There is not just a geographical proximity between Europe and North Africa but also a long common history of conquest and cooperation. With the advance of globalization and the diffusion of risks and threats, the forthcoming European Union (EU) enlargement eastwards and southwards, and the apparent paradigm shift after 11September 2001, what are Europe’s current security interests in its southern neighbourhood? The EU - as a ‘civilian power’ - is obliged to consider its security interests in the region in terms of challenges and partnerships. Challenges include not only the root causes of conflict, such as poverty, underdevelopment and socio-economic unrest, but also cross-cutting issues such as international terrorism, narcotics trafficking, illegal migration and energy dependence. Europe’s stake in the Mediterranean region goes well beyond the risk of potential spillovers: it is anchored deeply in a colonial legacy and an increasingly troublesome presence of North Africa inside Europe. The al-Qaida attacks on New York, and also the killing of German tourists in Djerba in Tunisia in April 2002, demonstrated a dangerous connection between Europe’s North African diaspora and international terrorism. The danger lies also with xenophobic over-reactions by European politicians that could lead to a strengthening of ‘Fortress Europe’ - a development that would invalidate the EU’s efforts to engage in political, economic and civil society partnerships in the Euro-Mediterranean region.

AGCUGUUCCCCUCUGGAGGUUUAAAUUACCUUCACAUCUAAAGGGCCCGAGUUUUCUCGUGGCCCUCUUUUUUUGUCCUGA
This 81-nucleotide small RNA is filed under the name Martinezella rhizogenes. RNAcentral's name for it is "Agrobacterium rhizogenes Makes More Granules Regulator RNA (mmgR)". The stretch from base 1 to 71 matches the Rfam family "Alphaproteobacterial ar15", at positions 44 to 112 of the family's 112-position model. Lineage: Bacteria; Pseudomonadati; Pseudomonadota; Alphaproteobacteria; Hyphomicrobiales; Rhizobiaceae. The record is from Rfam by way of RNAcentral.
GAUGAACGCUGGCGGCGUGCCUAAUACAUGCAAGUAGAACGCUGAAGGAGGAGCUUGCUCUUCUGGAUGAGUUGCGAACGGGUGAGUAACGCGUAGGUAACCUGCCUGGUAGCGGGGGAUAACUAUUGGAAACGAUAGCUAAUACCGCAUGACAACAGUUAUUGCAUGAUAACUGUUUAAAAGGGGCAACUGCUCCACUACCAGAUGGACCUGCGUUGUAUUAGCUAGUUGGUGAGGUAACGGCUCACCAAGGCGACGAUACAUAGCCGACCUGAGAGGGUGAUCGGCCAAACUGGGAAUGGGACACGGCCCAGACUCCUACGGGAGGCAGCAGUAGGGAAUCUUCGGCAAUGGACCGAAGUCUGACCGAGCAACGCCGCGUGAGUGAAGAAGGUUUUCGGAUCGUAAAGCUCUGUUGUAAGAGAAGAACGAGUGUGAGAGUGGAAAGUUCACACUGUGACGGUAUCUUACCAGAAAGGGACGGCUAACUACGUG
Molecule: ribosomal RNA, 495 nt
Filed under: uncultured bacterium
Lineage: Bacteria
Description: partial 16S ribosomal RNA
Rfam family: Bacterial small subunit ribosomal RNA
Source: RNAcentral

To respond to these challenges, Europe is struggling to develop a coherent strategy for the Mediterranean. To achieve this strategy, the EU needs internal cohesion and an external identity. This chapter argues that these requirements are currently not present: the EU’s internal cohesion is challenged by national exceptionalisms and the inadequate use of multilayered policymaking instruments, such as the intergovernmental Common Foreign and Security Policy (CFSP), the European Security and Defence Policy (ESDP) as well as the Common Mediterranean Strategy (CMS), and the Euro-Mediterranean Partnership (EMP) with its MEDA programme. 1The EU’s external identity is largely absent because the EU